We’ll put this bluntly: disgusting things happen when you don’t clean your makeup brushes. We’re talking about the growth of potentially harmful microbes that can transfer to skin and cause irritation, breakouts and clogged pores.
In addition to breeding bacteria, dirty makeup brushes prevent us from getting a flawless makeup application. “A dirty brush doesn’t perform as well distributing product as a clean one. When a brush is dirty, many people try to push harder on the brush to get a result,” Artis founder Matthew Waitesmith explains.
A grubby brush can also alter makeup. Stowaway Cosmetics founder Julie Fredrickson says that dirty brushes impact a product’s color clarity. Using a dirty tool will cause that pretty lipstick or eyeshadow to mix with residual makeup in the bristles, altering the finish.
How Often to Wash Makeup Brushes
There are times when it’s OK to slack a bit with beauty routines, but washing makeup brushes isn’t one of them. (Neither is removing makeup.) How often you clean your makeup brushes is a personal decision, just like washing hair. In general, Waitesmith and Frederickson recommend a basic cleaning after every use, followed by a deep clean every week or as needed. Neah Williams, lead trainer at Blushington Makeup & Beauty Lounge, suggests cleaning brushes every two days, depending on usage.
Don’t balk just yet because it’s not quite as high-maintenance as it sounds. Fredrickson swears by Cinema Secrets. “Dab some on a cotton swab, twirl the brush and that is enough. Then once a week, do a thorough cleaning with a cleanser that isn’t too harsh. I personally use Dr. Bronner’s,” she says.
The type of makeup used also impacts how often brushes need to be washed. Formulas that contain water (e.g., liquids, creams, serums) provide a hospitable environment for microbes, so brushes need to be cleaned more often after using them compared to dry powders.
How to Clean Makeup Brushes
Knowing how to clean makeup brushes is essential because the wrong method can ruin beauty tools. The first step is choosing the right cleanser based on the type of bristles. Brushes with man-made fibers should be cleaned following the manufacturer’s recommendations, while brushes made with animal hair should be treated like your own hair. Waitesmith says that washing with soap or detergent is usually sufficient, but sometimes he likes to do an alcohol rinse to sanitize brushes. Derek Selby, Cover FX global ambassador, also likes to use soap and water, but says it’s also fine to use shampoo or a makeup brush cleaner.
DIY lovers can make their own makeup brush cleanser by mixing one cup of water with one tablespoon of dish soap and two tablespoons of vinegar. Alternatively, a 50-50 mixture of dish soap and olive oil will clean makeup brushes.
No matter the brush cleanser, it’s important that brushes are washed thoroughly to completely remove built-up makeup and product residue. Selby adds that brushes should always be facing down when they’re rinsed under water so nothing runs into the ferrule (the part between the bristles and handle).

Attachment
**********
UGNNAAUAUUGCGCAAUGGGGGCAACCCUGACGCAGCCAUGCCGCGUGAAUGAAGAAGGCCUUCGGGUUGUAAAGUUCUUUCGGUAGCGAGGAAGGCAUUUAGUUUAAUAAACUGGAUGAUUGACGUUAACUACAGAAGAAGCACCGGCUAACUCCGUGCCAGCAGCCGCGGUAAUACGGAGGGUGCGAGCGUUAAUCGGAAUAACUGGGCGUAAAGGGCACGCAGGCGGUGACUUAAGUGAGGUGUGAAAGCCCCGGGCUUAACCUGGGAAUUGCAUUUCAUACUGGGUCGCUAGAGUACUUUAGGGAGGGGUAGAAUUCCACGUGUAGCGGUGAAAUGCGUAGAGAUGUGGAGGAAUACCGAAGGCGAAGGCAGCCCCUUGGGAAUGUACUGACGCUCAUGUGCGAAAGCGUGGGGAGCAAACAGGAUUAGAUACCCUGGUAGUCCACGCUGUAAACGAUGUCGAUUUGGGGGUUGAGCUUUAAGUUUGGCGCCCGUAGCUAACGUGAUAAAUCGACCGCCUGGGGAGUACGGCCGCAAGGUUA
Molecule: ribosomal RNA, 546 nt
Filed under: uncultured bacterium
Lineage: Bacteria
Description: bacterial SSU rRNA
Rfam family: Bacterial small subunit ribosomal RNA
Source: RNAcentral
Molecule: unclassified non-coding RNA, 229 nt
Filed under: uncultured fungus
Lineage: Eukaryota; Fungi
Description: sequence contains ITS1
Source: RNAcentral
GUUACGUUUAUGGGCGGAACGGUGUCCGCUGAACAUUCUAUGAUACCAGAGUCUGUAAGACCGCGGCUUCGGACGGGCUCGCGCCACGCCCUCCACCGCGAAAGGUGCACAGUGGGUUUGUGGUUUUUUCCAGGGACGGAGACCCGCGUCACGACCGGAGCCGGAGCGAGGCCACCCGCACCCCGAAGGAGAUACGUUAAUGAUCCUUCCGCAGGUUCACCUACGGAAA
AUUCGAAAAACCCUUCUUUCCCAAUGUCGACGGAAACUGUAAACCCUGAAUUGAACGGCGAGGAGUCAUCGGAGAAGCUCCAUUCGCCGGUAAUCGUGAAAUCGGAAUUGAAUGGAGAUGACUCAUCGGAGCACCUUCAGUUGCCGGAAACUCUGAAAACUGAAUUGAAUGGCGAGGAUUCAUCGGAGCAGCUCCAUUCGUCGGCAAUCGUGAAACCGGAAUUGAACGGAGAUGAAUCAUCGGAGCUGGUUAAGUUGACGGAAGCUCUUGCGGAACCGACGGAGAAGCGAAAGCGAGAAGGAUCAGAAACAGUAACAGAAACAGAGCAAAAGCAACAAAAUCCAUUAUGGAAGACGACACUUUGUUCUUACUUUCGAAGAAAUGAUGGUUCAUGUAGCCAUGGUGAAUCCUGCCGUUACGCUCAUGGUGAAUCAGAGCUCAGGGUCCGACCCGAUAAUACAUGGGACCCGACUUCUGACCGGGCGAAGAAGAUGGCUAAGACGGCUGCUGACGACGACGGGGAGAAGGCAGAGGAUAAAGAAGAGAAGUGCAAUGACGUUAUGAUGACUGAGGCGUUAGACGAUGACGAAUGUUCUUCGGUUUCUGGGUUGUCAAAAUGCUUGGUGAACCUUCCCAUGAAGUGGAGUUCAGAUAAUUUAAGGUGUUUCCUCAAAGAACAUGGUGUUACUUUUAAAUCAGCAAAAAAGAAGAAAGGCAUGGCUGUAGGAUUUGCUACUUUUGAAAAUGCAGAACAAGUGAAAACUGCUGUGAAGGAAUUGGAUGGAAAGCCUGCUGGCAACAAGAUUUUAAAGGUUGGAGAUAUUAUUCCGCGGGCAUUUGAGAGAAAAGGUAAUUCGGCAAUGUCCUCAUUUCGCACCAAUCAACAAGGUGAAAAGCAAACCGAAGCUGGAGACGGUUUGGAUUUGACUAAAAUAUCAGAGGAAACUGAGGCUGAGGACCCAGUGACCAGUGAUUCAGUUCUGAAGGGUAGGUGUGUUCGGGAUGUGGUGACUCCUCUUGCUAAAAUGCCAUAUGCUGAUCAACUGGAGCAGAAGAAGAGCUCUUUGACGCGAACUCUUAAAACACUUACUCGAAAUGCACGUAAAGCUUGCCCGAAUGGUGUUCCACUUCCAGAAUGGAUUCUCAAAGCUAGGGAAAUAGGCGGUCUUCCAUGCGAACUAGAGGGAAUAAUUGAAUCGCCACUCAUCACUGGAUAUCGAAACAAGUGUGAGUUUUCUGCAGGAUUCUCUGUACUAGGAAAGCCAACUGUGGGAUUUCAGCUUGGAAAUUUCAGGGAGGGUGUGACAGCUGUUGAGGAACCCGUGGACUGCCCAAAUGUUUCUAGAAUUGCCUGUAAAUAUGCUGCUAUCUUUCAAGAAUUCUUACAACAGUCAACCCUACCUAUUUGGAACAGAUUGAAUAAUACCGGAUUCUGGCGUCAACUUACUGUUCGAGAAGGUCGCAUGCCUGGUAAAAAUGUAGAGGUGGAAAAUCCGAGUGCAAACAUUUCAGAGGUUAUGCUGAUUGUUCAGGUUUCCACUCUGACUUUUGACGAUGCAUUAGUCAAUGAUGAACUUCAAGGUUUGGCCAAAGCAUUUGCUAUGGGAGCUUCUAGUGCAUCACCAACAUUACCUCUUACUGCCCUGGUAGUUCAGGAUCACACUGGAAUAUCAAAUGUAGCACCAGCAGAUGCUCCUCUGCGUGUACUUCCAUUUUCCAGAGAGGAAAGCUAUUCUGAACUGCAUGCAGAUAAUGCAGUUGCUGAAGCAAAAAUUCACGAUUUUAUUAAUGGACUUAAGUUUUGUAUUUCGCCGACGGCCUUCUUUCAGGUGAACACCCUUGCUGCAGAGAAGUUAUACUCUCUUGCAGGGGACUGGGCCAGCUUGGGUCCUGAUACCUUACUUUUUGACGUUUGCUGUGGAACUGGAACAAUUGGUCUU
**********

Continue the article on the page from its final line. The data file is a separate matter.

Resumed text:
Drying makeup brushes properly is an important step. Fredrickson recommends placing tools flat on an absorbent surface, like a towel, because standing them up will cause more water to go into the ferrule. If the brush hairs need to be reshaped, gently do it while they’re wet. Those looking to add another piece of equipment to their kits can try a brush tree. Williams says brush trees are one of the best ways to dry brushes because they allow them to hang with bristles facing down.
One big no-no is using a blowdryer on makeup brushes, cautions Waitesmith. The heat from a dryer can damage brushes made from animal hair and can cause man-made fibers to melt or deform.
When to Throw Away Makeup Brushes
Sorry, but makeup brushes aren’t a once-in-a-lifetime purchase, especially if they’re not being looked after properly. Waitesmith says wear and tear is almost impossible to avoid.
If a brush isn’t maintaining its natural shape, there’s pilling or bits of hair coming off, it probably needs to be replaced. Same goes if there’s a crack in the handle. Be aware that natural hair brushes will need to be replaced more frequently. “Synthetics can last longer as they don’t have a cuticle so makeup won’t stick to it and gunk up over time, as opposed to natural brushes where it will break down the fiber and eventually the cuticle,” Fredrickson states.
Don’t panic because it isn’t necessary to replace makeup brushes as often as cosmetics — as long as brushes are properly cared for. Selby says, “If you invest in good-quality brushes that are well made and you take care of them, you will get decades of use out of them. I have brushes in my kit that are 30 years old from when I first went to makeup school!”
You know the deal, now it’s time to ensure your makeup brushes stay in top shape. Grab those dirty brushes and click here to see the best makeup brush cleaners.